Prime Time/Teachable moments: Presidents aren't the only heroes born in February
When I was in grade school, I remember tracing the silhouettes of Washington and Lincoln on black construction paper and cutting them out to hang on the bulletin board to celebrate Presidents Day.
We talked about what important men they were and learned about Abe's honesty and George's integrity and leadership. There must be something special about the month of February, I thought, to have produced such great men. This, the shortest of the 12 months, also produced another man whom I idolized. I wanted to trace his silhouette as well. He wasn't a president, but his birthday was Feb. 4, and he was the greatest man I ever knew.
He was born in southern Minnesota in 1914 to second-generation German immigrants. His early days were spent on the family farm attending to various chores - cutting wood, mowing, gathering, and pitching hay, tending the cattle, cleaning the barn. From the start, he learned to work hard, and he carried that lesson into the rest of his life.
He attended a small country school to which he and his brothers and sisters walked each day. When he was in eighth grade, he was needed at home as a farm hand, and his schooling ended. During the Depression, he moved west and worked in the orchards of the Yakima Valley, Washington, then as a carpenter, and, for a while, in the coal mines in Washington. He came back to Minnesota when his two brothers entered World War II and worked as a hired hand for a local farmer. Eventually he got a job as a truck driver, hauling grain.
In spite of his lack of education, he eventually rose to a job in management for a seed company. His was the American dream story of the 1900s. His leadership skills, his compassion, his reliability, his attention to detail, his full understanding of fair play, his determination, and his work ethic all contributed to his success.
He led a full life. He worked hard but he played, too. He loved to fish and hunt and golf and bowl and dance. He first saw his wife-to-be on a dance floor. When he asked a friend who that little lady out there was, his friend told him her name and asked, "Why do you want to know?"
"Because I'm going to marry her," he said, and several years later, he did just that.
They raised three children in a big house on the edge of town, the house he had envisioned, planned and had built for his growing family.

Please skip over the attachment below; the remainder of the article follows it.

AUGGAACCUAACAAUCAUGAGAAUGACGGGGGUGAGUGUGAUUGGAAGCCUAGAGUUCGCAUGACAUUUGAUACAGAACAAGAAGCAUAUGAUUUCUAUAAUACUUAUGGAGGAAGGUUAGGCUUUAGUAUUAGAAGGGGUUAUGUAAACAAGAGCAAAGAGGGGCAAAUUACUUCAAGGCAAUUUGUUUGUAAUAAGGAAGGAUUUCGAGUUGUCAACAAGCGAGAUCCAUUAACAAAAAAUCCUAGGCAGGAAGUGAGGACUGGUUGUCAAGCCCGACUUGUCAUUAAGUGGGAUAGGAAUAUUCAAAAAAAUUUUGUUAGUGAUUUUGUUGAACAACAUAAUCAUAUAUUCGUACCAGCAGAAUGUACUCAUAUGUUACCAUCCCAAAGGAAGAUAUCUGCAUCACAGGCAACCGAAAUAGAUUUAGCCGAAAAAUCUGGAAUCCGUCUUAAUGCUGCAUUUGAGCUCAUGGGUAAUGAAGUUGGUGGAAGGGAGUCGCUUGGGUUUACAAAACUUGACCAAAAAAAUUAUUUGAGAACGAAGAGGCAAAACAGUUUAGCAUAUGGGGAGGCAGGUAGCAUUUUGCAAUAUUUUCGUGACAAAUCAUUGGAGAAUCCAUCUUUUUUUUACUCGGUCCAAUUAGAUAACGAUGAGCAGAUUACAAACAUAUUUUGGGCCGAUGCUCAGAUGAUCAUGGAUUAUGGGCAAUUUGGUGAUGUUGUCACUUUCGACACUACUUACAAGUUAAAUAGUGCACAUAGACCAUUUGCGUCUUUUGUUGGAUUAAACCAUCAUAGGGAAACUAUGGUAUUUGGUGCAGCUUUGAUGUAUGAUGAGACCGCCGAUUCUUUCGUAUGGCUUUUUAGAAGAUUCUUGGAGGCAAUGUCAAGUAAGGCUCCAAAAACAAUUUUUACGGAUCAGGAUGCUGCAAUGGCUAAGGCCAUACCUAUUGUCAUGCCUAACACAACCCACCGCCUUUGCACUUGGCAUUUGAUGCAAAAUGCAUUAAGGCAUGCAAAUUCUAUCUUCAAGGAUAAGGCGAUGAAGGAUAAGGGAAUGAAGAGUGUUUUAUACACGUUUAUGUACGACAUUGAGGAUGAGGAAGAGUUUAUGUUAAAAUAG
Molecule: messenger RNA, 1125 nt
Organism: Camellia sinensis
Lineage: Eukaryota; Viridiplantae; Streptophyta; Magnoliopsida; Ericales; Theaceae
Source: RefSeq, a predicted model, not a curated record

He took pride in his family, his home, his lawn. His lawn was the envy of the entire neighborhood, but people didn't know how hard he worked to keep it so perfect. When the dandelions on the lawn in front of the rental house across the street were in full bloom and no one bothered to cut the grass, he took his own mower over there and cut it himself before the blooms could go to seed and blow across the street.
He went to church every Sunday and prayed on his knees every night before bed. He worked long hours all week long. He did not watch the clock or count his time; rather, he worked until the job was done to the best of his ability. If one of his workers did not show up, he completed that person's work as well before he went home for the day. He golfed every week in the summer time, bowled every week in the winter, hunted and fished in season and took his little wife dancing every Saturday night.
He watched his children grow up and helped them if they needed help but steered them toward independence. When his little wife suffered with cancer, he tended to her needs. And when she died, a part of him died, too.
He was an ordinary man, you might say, but he taught me much. Although he was not a teacher by trade, he was my greatest teacher. That is why, as a third-grader, I wanted to trace my father's silhouette and put it on the wall near the silhouettes of Washington and Lincoln.
My father, Ted Langhoff, had all of the qualities my third-grade teacher talked about when she taught us about Washington and Lincoln.
He was honest and strong, compassionate but fair. He lived simply but fully; he was never wasteful or extravagant.
He was hard working and responsible. He saw what needed to be done, and he did it. Whatever was worth doing, he modeled, was worth doing to the best of your ability.
He helped others, not expecting anything in return. He was thankful for what he had.
He lived a full life - 92 years - leaving behind no presidential legacy but a wealth of life-long lessons. As his birthday comes and goes, and throughout the entire year, I think of him daily and am grateful to have had him as my greatest teacher.